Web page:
"Louis has had a great year for us, the one thing about Louis and where he has to grow is during the week; he knows that," said head coach Brian Kelly. "He has to be a better practice guy during the week: week-to-week and day-to-day. But on Saturdays, there's no mistaking his love. Just the way he plays the game on Saturdays, its fun to watch."
Kelly was asked last week if Nix would be the player "most looking forward" to the forthcoming matchup.
"I would argue that (Aaron) Lynch would be in that boat, too," Kelly offered of the one-time Seminoles verbal pledge. "But there are a number of our young players that are excited about the matchup.
"We just try to tell (Nix, Lynch, and other youngsters) to not give them anything for the bulletin board," Kelly continued. "Save it for the field on Saturday. A lot of our guys are just so excited about the game, especially our Florida kids. Just wait until (game day), don't go outside the realm."
Though relatively harmless in most instances, the affable Nix has done just that this season, a social media practitioner whose musings did not go unnoticed by his head coach.
"It's his first year competing so he's going to be really excited. We just want to make sure we keep him within himself," Kelly began, adding, "As you know…(he gets) very excited…using a lot of different outlets for that excitement."
Sage Leaders on which to LeanSenior defensive end Ethan Johnson will play his 46th and final collegiate game for the Irish on the 29th. A high ankle sprain kept him from nearly five full games this season and from anywhere near full strength for the final two months.
The Portland, Oregon-native should be close to that elusive threshold when he takes the field vs. FSU.
"High ankle sprains are just slow recovering injuries. It's one thing that can linger on for a long time," Johnson noted of the injury he incurred at Purdue in Game Five. "I really feel like I don't have lingering effects anymore. I feel fast and my calf feels strong and I'm excited about going back out there."
The team's best run defender up front, Johnson's return to form will serve a dual purpose: keeping the Seminoles running game in check and keeping the emotions of four first-year players alongside him within Kelly's desired realm.
"I feel like Louis is a pretty consistent guy on the field," Johnson said when asked how Nix might react to the hometown feel of the contest. "He can talk a lot, but he brings the same type of intensity. I think its special for him because he's going to have a lot of family at the game and if I was playing a game in Oregon I'd be pretty excited too, but I'm pretty sure I'd be the same guy on the field."
The unit's coach Mike Elston has seen growth from the youngsters and he too believes both Nix and Lynch have maintained an even keel during bowl preparations.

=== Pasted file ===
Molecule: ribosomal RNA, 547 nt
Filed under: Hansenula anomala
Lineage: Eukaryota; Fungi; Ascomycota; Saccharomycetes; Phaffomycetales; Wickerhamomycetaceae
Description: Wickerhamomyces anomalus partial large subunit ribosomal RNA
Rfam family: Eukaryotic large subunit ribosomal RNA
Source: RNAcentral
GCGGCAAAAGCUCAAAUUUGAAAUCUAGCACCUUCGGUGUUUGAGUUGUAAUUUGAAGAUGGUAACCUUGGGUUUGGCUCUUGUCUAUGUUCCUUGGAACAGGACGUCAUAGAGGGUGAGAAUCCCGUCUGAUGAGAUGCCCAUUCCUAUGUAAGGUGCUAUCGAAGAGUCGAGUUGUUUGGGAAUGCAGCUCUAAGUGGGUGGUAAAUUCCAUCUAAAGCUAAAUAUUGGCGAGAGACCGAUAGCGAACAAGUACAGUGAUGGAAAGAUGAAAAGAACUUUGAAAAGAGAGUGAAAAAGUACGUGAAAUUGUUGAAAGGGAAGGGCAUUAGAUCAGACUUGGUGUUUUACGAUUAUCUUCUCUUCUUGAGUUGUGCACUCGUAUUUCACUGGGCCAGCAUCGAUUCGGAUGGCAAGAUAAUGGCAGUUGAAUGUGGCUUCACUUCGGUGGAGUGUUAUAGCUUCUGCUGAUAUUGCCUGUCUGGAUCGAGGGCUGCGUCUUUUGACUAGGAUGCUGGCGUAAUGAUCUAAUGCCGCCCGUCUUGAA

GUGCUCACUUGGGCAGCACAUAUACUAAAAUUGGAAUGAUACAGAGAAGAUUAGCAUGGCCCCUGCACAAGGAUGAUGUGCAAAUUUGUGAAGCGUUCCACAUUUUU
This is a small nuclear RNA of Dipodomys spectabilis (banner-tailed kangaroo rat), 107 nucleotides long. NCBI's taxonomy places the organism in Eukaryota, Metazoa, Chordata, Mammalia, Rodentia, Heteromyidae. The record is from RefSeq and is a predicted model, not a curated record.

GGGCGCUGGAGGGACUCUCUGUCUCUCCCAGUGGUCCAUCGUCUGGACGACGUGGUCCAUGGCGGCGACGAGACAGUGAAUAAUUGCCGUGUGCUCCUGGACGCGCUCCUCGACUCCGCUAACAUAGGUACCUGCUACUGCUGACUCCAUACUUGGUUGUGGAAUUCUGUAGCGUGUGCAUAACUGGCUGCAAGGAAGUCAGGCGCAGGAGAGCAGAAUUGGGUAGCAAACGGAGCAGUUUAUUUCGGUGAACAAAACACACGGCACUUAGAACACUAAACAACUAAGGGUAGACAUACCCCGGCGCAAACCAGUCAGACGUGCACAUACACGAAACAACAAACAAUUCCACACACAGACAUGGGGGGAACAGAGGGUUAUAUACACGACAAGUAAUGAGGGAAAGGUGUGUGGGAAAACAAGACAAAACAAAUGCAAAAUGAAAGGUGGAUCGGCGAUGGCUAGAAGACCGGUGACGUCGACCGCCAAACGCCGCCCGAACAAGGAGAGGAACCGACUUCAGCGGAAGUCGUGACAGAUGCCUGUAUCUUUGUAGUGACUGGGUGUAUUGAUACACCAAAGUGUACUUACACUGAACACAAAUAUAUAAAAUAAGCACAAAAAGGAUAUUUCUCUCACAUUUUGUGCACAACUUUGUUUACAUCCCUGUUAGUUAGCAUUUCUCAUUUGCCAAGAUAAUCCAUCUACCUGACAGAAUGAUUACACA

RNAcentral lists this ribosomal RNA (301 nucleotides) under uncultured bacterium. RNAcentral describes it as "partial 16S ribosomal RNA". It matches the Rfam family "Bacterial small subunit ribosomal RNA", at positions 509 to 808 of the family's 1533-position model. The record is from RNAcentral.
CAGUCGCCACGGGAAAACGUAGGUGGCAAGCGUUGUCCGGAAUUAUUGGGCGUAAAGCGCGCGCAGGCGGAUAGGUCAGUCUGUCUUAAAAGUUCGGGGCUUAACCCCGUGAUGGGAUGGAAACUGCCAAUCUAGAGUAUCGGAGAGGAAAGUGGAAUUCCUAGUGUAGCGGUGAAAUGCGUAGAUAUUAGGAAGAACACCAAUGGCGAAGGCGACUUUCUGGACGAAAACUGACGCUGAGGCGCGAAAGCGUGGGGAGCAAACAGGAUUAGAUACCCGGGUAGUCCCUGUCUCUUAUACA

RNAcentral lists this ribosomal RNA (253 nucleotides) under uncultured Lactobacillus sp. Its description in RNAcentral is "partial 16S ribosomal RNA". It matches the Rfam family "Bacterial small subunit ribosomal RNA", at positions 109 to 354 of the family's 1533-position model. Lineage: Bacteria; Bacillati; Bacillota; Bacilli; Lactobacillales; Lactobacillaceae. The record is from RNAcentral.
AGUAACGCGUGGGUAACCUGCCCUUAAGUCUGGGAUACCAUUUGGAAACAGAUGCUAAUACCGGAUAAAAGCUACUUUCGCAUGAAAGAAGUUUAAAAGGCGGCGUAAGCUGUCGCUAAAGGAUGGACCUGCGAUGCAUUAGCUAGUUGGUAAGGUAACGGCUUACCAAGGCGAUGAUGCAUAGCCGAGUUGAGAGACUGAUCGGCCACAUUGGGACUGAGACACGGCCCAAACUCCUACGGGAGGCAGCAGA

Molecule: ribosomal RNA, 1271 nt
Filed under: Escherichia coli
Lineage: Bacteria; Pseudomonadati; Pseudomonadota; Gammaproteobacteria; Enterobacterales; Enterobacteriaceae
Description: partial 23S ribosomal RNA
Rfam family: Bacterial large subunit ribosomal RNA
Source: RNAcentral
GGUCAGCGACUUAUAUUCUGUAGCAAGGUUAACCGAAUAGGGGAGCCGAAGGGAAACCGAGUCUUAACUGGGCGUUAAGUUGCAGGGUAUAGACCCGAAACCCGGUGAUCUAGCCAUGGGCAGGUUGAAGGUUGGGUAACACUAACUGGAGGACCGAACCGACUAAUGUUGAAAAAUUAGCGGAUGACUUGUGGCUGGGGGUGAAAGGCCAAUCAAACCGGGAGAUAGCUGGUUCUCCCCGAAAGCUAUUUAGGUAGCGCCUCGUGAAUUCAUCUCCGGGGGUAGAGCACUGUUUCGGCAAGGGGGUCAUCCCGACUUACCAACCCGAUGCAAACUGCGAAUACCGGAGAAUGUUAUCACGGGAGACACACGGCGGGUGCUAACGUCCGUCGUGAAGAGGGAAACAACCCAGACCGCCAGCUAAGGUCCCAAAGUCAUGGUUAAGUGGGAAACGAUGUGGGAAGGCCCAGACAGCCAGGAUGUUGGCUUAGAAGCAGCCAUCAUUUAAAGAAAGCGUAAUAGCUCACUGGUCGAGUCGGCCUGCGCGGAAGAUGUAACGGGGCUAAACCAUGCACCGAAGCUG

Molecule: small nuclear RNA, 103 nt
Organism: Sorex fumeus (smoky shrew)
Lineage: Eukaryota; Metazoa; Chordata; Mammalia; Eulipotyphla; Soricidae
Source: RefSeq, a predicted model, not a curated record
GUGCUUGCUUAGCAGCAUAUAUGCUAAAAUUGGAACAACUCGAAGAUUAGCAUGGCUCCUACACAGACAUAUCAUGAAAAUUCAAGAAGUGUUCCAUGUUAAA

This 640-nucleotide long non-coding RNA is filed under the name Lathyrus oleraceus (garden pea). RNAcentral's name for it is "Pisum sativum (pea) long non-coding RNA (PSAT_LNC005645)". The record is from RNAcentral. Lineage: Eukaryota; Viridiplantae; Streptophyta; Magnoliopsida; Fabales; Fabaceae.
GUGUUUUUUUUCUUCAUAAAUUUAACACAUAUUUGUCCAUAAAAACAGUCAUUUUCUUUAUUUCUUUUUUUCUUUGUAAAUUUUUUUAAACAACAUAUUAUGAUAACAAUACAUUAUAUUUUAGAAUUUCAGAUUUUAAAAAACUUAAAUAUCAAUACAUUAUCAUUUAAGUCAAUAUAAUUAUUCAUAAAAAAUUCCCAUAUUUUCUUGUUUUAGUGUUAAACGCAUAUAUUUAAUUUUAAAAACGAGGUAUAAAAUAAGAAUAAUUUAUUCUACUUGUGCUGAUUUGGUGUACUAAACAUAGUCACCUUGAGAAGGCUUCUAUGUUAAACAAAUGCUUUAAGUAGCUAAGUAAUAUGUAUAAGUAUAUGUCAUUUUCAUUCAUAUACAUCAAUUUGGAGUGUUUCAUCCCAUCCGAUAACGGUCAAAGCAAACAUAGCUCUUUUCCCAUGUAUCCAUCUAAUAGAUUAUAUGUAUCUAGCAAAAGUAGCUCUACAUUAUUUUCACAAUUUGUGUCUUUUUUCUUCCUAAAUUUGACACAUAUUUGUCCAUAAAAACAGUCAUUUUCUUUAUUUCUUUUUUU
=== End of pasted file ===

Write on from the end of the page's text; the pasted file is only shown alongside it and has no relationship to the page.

"I think they've been pretty professional all season in their approach. I think Aaron got caught up earlier in the season in the USC game and played uncharacteristically," Elson offered. "He's had a chance to really grow from that and approach every challenge the same way. Maybe deep down inside he's got a little extra pep in his step but he's been pretty professional about it and so has Louis.
"All of (the four freshmen defensive linemen: Nix, Lynch, Stephon Tuitt and Chase Hounshell) have stepped into a role that increasingly grew as the season went on based on injuries and the need for them to play," Elston continued. "I think they've managed it well and they've handled the expectations that people have put on them – not necessarily the coaches, but that people have put on them. They're going to be very good players. They're not there yet but I'm excited about their progress."
All Bases CoveredNotre Dame's current defensive front features a six-man rotation, with Johnson and classmate Sean Cwynar leading the aforementioned rookies into action. Kelly took measures during bowl practice sessions inside the Loftus Center to try to combat potential cramping issues his Midwest team could encounter playing in the Seminoles northern Florida backyard.
"The only thing we're working through right now is turning up the heat a little bit in Loftus and getting acclimated," Kelly said. "We had some cramping yesterday so we're getting to that point where they're starting to get their legs back."
That includes Johnson, who noted the increased heat isn't necessarily just a mental hurdle for an athlete to overcome.
"The heat is definitely real, just like the (2010) Sun Bowl's lack of oxygen is real. And you can't, that I know of, have a practice field that's low oxygen.
"Turning up the heat definitely makes a difference, just getting used to it. It's not all mental, either. It's getting your body conditioned to it and that's what we've been doing. Hopefully it pays off at game time. The more we practice in it the better it is. The last practice I felt great. The first one – not so great.
"You have to go as hard as you can just like you would in a game and not take any plays off just because the climate is different."
Florida Irish: In addition to Nix (Jacksonville) and Lynch (Cape Coral), six other Irish competitors hail from Florida:
Junior long-snapper Jordan Cowart (Plantation)
Redshirt-freshman C Bruce Heggie (Sorrento)
Junior S Zeke Motta (Vero Beach)
Freshman ILB Anthony Rabasa (Miami) - Rabasa was redshirted after September shoulder surgery...
Junior P Ben Turk (Davie)
Sophomore CB Lo Wood (Apopka)